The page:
You know, it's becoming a strain to come up with catchy titles for each and every post. I do my best to post every day, sometimes missing a day, sometimes posting twice or (*gasp*) three times in a day to make up for it (and I haven't done that since I was dating, for those of you with dirty minds.)
I wasn't going to apologise for last night's ranting about books-turned-movie, but I was going to expound a little bit.
Don't get me wrong. I know that there will always be movie or tv adaptations of books. Authors sell the rights in search of more exposure and money, widows do the same thing for probably similar reasons. I think, however, that people should take more care in the chosing of directors and producers, and retain more control over the finished product. Again, there are sterling examples, and there are movies that should be made an example of.
Lord of The Rings. Peter Jackson took an utterly mammoth project into his camp with J. R. R. Tolkien's master opus, and did a phenomenal job with it. He took out bits I would have liked to see (Tom Bombadil leaps to mind) and he edited J. R. R.'s often very Middle English complexities of language to make it approachable to modern viewers (what was three pages of somewhat convoluted speech in the book became one line to Arragorn--"Let's go hunt some orcs.") He also changed the story just a little bit, and no, I'm not going to mention The Evenstar, because I know why he had to do it, I was going to suggest that it might have been more fun to see Wormtongue throw the pallantir (sp?) scrying crystal at Gandalf and Co., rather than the movie's version, where it sort of just fell when Sauriman was killed, which was also a rather liberal adaptation. BUT, all in all, I cannot complain, because he took what could have been a colossal failure and turned it into a completely memorable experience that kept me wound up for almost four years. Bravo.
(And if you don't do The Hobbit, Jackson, you pudgy barstard, I will keep emailing you daily, calling your cel phone and leaving nasty notes in your post office box until you do. I HAVE to see Smaug on the big screen, with a truly powerful voice and incredible size and utterly fearsome demeanour, and a mountain of gold for a bed.)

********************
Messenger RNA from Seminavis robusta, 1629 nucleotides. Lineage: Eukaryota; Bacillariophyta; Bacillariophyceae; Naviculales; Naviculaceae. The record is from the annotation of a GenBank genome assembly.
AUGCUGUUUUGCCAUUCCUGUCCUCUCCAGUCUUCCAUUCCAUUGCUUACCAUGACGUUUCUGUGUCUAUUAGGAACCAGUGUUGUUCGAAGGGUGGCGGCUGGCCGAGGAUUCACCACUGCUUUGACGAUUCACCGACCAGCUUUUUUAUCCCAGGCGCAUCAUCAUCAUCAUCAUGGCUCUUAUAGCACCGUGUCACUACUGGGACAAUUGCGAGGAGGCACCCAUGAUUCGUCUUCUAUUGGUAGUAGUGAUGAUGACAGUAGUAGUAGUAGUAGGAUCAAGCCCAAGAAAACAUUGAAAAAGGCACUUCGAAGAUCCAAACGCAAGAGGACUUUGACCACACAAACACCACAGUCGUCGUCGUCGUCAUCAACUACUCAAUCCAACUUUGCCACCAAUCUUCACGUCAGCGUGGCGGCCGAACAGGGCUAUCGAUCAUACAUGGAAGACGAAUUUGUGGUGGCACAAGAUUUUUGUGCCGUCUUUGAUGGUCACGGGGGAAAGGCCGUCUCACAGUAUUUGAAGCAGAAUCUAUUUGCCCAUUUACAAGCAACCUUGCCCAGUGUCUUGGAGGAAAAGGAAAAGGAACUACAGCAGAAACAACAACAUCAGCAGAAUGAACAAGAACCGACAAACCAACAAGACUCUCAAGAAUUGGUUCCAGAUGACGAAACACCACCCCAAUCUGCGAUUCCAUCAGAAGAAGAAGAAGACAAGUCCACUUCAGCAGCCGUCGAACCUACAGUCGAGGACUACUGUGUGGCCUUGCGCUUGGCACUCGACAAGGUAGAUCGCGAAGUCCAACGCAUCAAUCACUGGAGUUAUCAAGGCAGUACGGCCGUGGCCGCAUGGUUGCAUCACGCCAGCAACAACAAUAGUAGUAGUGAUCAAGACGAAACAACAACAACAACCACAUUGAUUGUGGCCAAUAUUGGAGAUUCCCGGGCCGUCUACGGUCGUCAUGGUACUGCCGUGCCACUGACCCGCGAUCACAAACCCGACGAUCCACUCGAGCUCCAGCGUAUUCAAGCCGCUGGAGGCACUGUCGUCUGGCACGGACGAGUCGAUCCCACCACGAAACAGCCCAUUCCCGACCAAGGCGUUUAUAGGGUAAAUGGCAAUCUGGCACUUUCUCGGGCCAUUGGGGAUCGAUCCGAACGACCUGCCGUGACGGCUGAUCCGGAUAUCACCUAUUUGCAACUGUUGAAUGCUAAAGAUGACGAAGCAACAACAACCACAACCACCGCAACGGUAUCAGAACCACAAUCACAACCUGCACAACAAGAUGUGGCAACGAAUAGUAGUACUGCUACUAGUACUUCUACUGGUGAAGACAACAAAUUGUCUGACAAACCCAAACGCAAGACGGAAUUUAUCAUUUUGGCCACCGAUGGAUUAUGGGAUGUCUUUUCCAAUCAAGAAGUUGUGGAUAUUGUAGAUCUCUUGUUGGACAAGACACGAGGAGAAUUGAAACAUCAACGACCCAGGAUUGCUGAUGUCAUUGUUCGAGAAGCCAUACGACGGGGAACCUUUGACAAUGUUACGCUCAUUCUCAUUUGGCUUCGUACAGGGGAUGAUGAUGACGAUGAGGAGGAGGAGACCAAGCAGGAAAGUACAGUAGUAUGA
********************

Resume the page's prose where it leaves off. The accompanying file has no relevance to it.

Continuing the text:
Robert A. Heinlein's Starship Troopers. I read the book in the late 70's as a younger man, and was quite taken by it. Not only was it a 'true war' sort of thing, it was science fiction, and I could relate to Ricco completely, because he was a somewhat spoiled young boy trying to come to grips with the real world, a tremendous loss, AND the military, all at the same time. Not a complete mirror of my life, but enough similarities existed that when Ricco failed, I felt crushed, and when he succeeded, I was elated.
I forget what movie my wife and I and a bunch of friends were watching, but we saw the previews for "Starship Trooper" play, and a dear friend of mine and I sat astounded, mouths agape, freaking utterly out, because we knew it could only be one of two books--Starship Troopers or Armor by John Steakley. When the final credit ran, it stated in gigantic type:
Robert A. Heinlein
Coming to theaters
We went utterly insane, no doubt offending many people around us. Then, strangely enough, by the time the movie actually MADE it to the theater a year or so later, Ginny Heinlein, widow of Robert, decided wisely to pull her husband's name from the movie, because Paul Veerhoven, the director, had bastardised it from a story of a young man's growth into manhood amidst the horror of war (ala Kipling) into "Robocop In Space, Now With More Blood!" replete with needlessly gruesome scenes of bloodshed, carnage, more bloodshed, a body count to rival ANY modern horror movie, and more than a few completely gratuitious scenes of dismemberment, heads exploding, body parts flying, people getting scissored in half by steel doors and etc. It still didn't help that a movie based on an utterly marvelous book still bore the stamp of Heinlein, and of course every reprint of the book from then forward bore the logo "Now A Major Motion Picture."
The second movie? Straight to video, and I hear it's ten times as bad.
I know it can be done. It HAS been done. Take a great book, make it into a great movie without changing it too deeply. Look at A&E's presentations of Nero Wolfe. Timothy Hutton produced two and a half seasons of utterly MARVELOUS adaptations of Rex Stout's stories, with an excellent ensemble cast, beautiful costuming, great casting, and the folks at A&E thought the numbers it was producing were not high enough, so they cancelled it. But somehow, the Poirot mysteries go on and on and on. I watched a few of them--they STINK ON ICE. So, I don't understand the Industry. Guess I never will, but it certainly will not stop me from bashing it whenever it takes a horrid turn for the worse.
postscript--forgive me for changing grammatical style in mid-stream, but I recalled this morning that in proper grammer you underline the title of a book, but put in quotes the name of a movie, and I'm not about to go back to re edit previous posts. My bad, I'm aware of it, so sorry.